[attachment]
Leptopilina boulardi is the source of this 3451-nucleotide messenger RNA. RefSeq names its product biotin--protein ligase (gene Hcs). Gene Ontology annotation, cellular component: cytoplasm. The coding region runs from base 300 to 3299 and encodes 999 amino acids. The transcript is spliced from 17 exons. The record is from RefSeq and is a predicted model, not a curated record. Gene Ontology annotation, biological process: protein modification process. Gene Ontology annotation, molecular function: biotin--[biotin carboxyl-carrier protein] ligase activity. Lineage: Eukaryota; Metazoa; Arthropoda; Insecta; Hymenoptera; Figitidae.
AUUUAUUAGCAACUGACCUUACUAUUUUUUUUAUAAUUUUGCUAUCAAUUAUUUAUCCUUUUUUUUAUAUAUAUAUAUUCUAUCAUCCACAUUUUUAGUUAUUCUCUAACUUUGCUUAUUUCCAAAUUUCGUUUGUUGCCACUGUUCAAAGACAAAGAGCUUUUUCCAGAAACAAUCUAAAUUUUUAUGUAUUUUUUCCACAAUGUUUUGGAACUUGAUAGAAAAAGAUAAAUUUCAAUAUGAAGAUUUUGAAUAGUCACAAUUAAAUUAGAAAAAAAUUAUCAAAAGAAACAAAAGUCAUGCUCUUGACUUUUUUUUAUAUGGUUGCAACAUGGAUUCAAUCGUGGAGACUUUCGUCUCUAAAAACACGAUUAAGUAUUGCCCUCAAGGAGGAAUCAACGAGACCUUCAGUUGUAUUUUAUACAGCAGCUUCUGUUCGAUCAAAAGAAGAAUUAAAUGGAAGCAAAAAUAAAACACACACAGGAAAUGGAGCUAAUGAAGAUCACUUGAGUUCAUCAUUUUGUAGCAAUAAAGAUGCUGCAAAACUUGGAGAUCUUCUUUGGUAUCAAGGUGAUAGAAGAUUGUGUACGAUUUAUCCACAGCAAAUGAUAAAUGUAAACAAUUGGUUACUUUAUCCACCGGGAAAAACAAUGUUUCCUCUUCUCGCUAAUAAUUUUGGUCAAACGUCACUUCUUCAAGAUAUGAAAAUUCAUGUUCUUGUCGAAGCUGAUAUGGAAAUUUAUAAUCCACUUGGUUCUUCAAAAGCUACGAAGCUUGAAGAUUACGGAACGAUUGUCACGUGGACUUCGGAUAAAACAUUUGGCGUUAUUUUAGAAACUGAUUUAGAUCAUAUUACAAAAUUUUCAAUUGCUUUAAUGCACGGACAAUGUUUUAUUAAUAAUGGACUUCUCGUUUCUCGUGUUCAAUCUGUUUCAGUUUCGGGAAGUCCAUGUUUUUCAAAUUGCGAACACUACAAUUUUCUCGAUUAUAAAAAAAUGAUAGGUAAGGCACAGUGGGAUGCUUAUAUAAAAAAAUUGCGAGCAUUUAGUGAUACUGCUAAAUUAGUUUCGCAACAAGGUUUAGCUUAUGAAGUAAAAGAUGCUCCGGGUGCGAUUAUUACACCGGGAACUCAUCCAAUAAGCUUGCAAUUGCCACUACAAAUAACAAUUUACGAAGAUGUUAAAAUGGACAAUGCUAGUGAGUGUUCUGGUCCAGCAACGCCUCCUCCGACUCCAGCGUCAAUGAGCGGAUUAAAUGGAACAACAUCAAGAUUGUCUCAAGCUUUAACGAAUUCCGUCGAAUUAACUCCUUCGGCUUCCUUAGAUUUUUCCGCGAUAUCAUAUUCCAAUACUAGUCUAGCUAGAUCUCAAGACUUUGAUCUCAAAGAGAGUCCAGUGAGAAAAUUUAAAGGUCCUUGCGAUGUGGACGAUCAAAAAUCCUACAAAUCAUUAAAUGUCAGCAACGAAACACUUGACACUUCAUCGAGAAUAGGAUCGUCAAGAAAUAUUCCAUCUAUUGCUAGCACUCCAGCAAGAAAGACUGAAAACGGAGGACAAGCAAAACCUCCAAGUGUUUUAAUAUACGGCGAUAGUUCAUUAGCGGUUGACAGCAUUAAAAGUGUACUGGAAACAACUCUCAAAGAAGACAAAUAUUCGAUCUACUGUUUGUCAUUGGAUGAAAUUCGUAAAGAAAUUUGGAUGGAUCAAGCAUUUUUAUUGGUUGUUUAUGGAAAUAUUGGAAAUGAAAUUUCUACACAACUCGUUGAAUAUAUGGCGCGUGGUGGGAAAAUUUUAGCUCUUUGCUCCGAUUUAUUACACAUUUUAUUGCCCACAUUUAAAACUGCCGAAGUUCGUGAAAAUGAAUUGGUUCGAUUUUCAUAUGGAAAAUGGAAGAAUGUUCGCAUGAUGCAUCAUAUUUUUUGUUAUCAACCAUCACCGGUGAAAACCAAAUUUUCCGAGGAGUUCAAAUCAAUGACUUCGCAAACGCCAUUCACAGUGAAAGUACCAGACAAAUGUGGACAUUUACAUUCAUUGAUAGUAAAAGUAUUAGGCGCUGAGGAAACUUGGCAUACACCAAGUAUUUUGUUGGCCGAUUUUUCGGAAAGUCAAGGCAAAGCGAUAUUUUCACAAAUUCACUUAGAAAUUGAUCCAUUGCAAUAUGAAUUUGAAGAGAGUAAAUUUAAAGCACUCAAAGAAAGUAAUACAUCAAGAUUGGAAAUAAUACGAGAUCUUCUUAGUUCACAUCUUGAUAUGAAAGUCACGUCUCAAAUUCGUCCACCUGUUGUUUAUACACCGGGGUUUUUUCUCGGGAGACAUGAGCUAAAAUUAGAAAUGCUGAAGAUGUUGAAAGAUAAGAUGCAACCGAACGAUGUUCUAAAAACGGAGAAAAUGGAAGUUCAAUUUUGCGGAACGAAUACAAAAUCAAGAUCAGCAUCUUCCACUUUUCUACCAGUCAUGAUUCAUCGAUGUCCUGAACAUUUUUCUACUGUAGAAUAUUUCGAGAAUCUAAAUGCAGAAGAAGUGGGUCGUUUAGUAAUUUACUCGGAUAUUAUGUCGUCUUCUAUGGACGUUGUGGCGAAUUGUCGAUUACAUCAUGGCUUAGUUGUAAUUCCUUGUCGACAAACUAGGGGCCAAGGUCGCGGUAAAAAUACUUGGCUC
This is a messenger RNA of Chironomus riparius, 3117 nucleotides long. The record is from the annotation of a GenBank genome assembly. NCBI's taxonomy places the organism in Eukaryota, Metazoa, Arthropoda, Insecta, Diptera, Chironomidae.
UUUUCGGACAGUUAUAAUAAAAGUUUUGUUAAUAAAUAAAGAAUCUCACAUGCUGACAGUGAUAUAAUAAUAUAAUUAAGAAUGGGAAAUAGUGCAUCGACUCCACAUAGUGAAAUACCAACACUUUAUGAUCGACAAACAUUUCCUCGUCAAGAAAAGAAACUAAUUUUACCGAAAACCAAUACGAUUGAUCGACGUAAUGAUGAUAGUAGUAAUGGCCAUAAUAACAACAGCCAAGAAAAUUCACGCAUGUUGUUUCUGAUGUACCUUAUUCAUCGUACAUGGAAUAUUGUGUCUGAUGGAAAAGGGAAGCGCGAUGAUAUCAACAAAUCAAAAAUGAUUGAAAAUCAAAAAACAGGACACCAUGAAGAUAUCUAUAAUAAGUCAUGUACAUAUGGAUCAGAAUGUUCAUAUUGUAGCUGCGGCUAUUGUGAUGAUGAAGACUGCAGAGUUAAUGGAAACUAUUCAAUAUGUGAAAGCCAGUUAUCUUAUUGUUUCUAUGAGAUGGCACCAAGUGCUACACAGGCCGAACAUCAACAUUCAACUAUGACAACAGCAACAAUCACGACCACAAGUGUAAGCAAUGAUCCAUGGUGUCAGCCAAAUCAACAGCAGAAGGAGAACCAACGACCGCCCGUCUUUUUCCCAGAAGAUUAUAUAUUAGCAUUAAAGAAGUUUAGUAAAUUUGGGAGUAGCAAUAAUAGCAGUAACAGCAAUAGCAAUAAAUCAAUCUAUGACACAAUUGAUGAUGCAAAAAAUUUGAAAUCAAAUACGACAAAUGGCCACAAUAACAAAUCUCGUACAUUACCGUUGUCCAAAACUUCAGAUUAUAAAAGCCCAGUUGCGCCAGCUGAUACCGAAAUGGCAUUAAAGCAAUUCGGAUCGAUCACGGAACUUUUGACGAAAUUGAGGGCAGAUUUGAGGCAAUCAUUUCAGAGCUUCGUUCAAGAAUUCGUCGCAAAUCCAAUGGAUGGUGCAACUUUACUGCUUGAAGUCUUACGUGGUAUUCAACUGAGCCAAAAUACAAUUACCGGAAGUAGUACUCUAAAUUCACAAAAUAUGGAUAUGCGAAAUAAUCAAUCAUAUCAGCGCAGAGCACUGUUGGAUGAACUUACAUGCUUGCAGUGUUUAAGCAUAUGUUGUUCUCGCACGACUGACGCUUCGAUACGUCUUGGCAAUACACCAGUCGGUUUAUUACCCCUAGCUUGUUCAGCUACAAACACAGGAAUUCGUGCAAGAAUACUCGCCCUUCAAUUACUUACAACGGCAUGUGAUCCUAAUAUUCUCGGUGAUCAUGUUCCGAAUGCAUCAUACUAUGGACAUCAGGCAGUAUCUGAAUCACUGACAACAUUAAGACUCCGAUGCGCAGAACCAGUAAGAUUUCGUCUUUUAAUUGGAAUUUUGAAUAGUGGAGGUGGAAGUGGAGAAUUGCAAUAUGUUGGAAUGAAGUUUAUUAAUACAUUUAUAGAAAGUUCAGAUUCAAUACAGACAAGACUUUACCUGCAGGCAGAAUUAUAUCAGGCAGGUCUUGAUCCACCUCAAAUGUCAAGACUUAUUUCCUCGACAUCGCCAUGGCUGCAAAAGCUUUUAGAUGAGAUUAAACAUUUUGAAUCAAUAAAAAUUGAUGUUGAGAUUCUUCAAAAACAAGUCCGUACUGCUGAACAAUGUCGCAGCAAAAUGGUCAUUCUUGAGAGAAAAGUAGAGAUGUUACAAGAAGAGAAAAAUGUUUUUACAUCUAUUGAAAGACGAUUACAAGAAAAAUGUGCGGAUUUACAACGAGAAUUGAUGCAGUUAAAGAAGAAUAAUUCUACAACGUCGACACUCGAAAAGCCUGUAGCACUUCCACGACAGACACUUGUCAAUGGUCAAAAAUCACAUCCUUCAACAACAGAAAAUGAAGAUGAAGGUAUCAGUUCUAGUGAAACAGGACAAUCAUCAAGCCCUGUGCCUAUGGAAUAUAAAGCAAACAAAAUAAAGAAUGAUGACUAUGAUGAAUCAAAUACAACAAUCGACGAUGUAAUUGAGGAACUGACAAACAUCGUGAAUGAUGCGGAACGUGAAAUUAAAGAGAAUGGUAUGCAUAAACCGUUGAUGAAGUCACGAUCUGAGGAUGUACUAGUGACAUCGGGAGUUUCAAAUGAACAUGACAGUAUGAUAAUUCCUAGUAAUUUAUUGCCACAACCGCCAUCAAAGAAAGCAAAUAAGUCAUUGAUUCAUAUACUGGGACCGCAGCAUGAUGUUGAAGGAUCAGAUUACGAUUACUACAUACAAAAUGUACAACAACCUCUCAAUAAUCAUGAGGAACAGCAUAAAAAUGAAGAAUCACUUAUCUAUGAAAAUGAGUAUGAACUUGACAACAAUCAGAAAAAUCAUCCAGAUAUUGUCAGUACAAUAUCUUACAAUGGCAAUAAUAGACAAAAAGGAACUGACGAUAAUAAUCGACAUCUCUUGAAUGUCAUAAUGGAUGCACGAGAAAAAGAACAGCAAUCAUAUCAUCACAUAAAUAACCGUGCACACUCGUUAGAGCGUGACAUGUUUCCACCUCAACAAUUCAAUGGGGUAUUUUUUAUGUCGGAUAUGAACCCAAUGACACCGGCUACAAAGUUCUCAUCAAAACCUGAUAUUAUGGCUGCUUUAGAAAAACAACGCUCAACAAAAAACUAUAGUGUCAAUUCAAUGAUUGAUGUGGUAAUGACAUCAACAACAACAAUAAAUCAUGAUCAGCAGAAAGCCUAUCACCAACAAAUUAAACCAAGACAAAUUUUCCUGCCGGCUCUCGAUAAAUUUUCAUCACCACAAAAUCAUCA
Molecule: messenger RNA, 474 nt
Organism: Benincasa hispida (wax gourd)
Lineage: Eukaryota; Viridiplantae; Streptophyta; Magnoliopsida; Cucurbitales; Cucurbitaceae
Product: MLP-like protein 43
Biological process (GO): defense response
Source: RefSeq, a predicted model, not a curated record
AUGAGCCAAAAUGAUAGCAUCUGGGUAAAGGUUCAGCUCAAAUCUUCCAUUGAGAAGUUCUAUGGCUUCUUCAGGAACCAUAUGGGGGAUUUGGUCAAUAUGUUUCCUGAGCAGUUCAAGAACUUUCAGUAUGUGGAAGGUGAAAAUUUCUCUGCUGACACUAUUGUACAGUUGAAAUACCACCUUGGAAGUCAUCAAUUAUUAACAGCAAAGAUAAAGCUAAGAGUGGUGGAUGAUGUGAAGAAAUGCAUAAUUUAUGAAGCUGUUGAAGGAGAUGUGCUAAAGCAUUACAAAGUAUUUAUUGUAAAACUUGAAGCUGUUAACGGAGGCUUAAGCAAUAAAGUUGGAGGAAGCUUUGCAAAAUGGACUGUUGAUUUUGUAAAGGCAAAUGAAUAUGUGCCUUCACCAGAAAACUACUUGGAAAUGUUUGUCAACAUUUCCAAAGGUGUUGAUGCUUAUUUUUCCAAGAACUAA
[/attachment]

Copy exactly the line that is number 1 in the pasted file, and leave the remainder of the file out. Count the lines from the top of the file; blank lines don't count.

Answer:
Leptopilina boulardi is the source of this 3451-nucleotide messenger RNA. RefSeq names its product biotin--protein ligase (gene Hcs). Gene Ontology annotation, cellular component: cytoplasm. The coding region runs from base 300 to 3299 and encodes 999 amino acids. The transcript is spliced from 17 exons. The record is from RefSeq and is a predicted model, not a curated record. Gene Ontology annotation, biological process: protein modification process. Gene Ontology annotation, molecular function: biotin--[biotin carboxyl-carrier protein] ligase activity. Lineage: Eukaryota; Metazoa; Arthropoda; Insecta; Hymenoptera; Figitidae.